26 Winthrop St, Kingston, MA 02364, USA
Owned By: Town of Kingston
The centerpiece of this 46-acre property is a retired cranberry bog, now returning to its natural state. Other features include a 0.7-mile loop trail, a pond, a level bog, and several spur trails into the forest. Sampson’s Brook, a headwater to the Jones River, finds its source in springs at the edge of the bog.
Be mindful of hunting seasons, and wear bright orange if you’re entering the property during those times.
This property was acquired by the Town of Kingston with Community Preservation funding, as well as Local Acquisitions for Natural Diversity grant funds. It was slated for development, and purchased by the town in December 2021. A generous donation from the Ruffini Trust created the parking area.
The MA Division of Ecological Restoration, Division of Fisheries & Wildlife, the Kingston Highway Department, and the Plymouth County Mosquito Control Project worked together to restore this site to a more natural state. The informational kiosk on site provides details about this fascinating process.
This land is within the region of the Wampanoag tribe. To learn more about our local tribes, we encourage you to interact with their members. The Mashpee Wampanoag and the Herring Pond Wampanoag share information on their websites.
According to signage on site, this section of Kingston is known as Blackwater, probably because of the heavily tannic water found in Atlantic white cedar swamps and bogs nearby. Many of these wetlands areas were deforested and filled in prior to the adoption of the Clean Water Act in 1972. These bogs and swamps also provided a source of bog iron, producing such items as Revolutionary War cannonballs.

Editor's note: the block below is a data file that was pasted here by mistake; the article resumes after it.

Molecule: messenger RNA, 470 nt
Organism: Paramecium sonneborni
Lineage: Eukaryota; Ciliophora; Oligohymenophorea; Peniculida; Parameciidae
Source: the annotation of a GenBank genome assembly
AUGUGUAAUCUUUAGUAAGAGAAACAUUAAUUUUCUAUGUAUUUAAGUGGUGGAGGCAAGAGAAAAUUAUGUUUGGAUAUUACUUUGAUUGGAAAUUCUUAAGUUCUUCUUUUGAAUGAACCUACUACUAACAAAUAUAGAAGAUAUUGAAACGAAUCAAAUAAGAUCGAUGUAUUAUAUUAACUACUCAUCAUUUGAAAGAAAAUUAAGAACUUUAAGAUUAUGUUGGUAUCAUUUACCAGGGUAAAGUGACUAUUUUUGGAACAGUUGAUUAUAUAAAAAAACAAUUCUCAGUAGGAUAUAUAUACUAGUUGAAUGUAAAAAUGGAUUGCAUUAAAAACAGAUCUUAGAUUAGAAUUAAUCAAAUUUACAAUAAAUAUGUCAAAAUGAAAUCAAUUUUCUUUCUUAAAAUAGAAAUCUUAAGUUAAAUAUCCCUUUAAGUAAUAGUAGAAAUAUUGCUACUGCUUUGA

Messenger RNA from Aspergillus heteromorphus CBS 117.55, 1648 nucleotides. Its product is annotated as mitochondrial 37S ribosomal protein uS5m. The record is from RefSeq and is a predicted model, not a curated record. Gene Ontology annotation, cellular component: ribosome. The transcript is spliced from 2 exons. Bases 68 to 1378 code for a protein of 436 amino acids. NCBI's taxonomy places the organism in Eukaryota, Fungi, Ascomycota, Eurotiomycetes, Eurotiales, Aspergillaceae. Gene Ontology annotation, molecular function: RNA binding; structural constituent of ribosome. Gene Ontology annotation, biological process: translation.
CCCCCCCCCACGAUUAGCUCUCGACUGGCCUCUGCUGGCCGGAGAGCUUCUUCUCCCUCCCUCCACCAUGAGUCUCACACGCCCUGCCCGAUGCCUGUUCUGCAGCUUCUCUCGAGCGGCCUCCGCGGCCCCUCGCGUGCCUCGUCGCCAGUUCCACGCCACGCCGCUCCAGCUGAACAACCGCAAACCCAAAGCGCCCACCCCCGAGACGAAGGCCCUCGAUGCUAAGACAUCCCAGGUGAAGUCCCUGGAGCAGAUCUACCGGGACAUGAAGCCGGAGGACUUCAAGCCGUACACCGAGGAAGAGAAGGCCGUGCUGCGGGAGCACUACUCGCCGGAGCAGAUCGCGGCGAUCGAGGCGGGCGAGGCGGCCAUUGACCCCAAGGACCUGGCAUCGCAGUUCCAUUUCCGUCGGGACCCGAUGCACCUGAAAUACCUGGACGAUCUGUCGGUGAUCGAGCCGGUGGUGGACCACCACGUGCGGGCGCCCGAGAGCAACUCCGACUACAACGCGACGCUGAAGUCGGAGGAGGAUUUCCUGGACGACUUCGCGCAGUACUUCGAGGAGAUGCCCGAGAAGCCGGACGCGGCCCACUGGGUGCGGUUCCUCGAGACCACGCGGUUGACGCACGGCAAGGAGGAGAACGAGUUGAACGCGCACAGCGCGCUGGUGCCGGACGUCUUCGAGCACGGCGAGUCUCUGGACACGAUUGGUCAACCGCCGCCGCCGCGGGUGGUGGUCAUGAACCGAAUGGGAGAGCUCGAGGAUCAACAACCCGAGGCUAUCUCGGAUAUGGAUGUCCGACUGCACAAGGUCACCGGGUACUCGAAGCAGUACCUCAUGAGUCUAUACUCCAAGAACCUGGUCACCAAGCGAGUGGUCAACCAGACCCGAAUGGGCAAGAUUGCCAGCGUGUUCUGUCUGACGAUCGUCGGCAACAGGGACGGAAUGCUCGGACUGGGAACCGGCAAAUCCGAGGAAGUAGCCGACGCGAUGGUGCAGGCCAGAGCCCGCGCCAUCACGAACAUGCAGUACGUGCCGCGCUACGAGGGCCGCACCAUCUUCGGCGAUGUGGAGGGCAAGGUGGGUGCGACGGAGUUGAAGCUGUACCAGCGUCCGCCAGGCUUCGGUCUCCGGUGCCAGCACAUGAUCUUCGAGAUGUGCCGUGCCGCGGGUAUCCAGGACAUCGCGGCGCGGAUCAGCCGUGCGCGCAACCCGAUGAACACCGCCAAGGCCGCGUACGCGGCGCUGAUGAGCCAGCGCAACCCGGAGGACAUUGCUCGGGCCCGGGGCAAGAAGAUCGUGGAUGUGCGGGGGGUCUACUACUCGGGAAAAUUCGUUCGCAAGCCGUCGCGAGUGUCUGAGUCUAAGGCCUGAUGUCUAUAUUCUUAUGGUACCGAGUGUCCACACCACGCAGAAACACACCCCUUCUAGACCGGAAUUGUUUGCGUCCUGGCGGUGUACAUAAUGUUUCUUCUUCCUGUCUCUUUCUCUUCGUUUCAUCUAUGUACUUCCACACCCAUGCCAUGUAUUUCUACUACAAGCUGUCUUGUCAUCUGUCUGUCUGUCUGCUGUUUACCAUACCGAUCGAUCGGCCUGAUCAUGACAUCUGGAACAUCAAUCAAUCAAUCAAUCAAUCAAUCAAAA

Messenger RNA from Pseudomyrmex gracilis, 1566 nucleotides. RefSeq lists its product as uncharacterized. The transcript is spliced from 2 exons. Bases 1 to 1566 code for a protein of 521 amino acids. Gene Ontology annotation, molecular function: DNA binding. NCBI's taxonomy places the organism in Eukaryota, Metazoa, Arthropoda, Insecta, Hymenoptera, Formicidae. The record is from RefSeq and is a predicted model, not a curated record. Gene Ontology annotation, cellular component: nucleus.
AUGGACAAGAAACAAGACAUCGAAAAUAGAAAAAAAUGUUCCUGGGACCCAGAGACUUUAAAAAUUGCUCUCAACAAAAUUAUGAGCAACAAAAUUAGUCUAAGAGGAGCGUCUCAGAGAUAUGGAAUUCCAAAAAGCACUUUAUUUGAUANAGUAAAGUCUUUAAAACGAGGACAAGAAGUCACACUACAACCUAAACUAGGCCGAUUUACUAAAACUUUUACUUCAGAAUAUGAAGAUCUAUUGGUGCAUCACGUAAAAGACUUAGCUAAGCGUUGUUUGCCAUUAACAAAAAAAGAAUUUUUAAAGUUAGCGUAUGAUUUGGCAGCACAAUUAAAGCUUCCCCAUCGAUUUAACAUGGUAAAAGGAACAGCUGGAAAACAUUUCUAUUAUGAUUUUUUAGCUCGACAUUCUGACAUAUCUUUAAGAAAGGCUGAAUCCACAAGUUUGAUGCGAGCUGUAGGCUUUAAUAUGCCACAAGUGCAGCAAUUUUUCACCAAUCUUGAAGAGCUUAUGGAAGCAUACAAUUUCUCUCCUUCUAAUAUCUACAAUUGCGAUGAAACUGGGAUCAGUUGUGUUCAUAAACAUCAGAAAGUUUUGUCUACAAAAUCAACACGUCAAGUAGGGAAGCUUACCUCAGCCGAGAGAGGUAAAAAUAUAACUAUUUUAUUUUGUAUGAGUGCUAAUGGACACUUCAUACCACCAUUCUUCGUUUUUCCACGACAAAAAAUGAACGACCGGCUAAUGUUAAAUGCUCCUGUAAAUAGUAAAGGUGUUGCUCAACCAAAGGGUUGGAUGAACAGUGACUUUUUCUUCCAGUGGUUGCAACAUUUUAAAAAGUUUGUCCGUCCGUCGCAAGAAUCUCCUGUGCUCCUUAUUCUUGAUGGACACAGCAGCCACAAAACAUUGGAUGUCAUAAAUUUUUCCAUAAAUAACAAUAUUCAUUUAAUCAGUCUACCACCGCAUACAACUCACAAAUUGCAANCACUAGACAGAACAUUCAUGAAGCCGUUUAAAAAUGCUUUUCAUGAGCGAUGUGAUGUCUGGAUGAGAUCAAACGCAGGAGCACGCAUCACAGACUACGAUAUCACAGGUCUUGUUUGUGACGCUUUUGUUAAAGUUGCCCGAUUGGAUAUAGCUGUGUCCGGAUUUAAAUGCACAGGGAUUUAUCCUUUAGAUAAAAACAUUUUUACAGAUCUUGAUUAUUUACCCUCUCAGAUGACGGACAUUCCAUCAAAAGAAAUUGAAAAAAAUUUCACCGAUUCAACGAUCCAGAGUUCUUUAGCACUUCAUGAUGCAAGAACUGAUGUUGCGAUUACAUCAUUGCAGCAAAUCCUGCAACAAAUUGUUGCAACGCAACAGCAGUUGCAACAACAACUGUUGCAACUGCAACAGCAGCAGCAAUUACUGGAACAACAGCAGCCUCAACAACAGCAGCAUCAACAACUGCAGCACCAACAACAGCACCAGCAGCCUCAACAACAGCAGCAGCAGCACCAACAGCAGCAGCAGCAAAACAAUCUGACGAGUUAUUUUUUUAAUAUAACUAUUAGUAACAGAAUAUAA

Sampson’s Brook was dammed in order to create an impoundment and agricultural bog for cranberries, most recently owned by Frederick Carlson in the mid-2000’s. Some cranberry-related structures still exist on the property. The dam was removed as part of the restoration.
A loop trail extends for 0.72 miles around the bog, pond and associated wetlands. If you start to the right, after 0.13 miles, you will arrive at an intersection. Turn left to complete a short loop around the bog (0.31 mile total). Or continue straight for the full 0.72-mile loop. In addition, there are numerous spur trails that meander into the woods. Pretty much all of these end at the property’s boundaries. Some include moderate to significant hills.
Habitats and Wildlife
According to information posted on site, the centerpiece of Blackwater Forest is a rare vegetative community known as a level bog. This dwarf-shrub peatland features such shrubs as water willow and leatherleaf, which are important nectar sources for pollinators.
Protecting this area helps to keep cool water flowing, providing habitat for native eastern brook trout, long nose sucker, slimy sculpin, and rainbow smelt. The Town of Kingston hopes to see American eels and also blueback and alewife herring find their way here.
The uplands here are predominantly white pine and white oak, with the occasional beech, birch and holly. Look for white-tailed deer, gray and red squirrels, along with mice and voles. Fishers and flying squirrels may also be observed.
The variety of wetland and upland habitats makes this a great spot for birding. Bald eagles have been known to frequent the site.
Sampson’s Brook rises from springs at the edge of the bog. After flowing through Blackwater Swamp and Blackwater Pond, it joins with Halls Brook, another tributary to the Jones River.
The Jones River finds it source at Silver Lake, and extends for 7.5 miles through the town of Kingston. Follow the Jones River Watershed Association for more information.
Historic Site: No
Boat Launch: No
Size: 46 acres
Hours: Dawn to Dusk
Parking: Limited on-site parking. Look for the unpaved lot on Winthrop Street.
Trail Difficulty: Easy, Medium
Dogs: Dogs must remain on leash. Scoop the poop!
Boat Ramp: No
ADA Access: No
Scenic Views: Yes
Waterbody/Watershed: Sampson's Brook (Jones River watershed)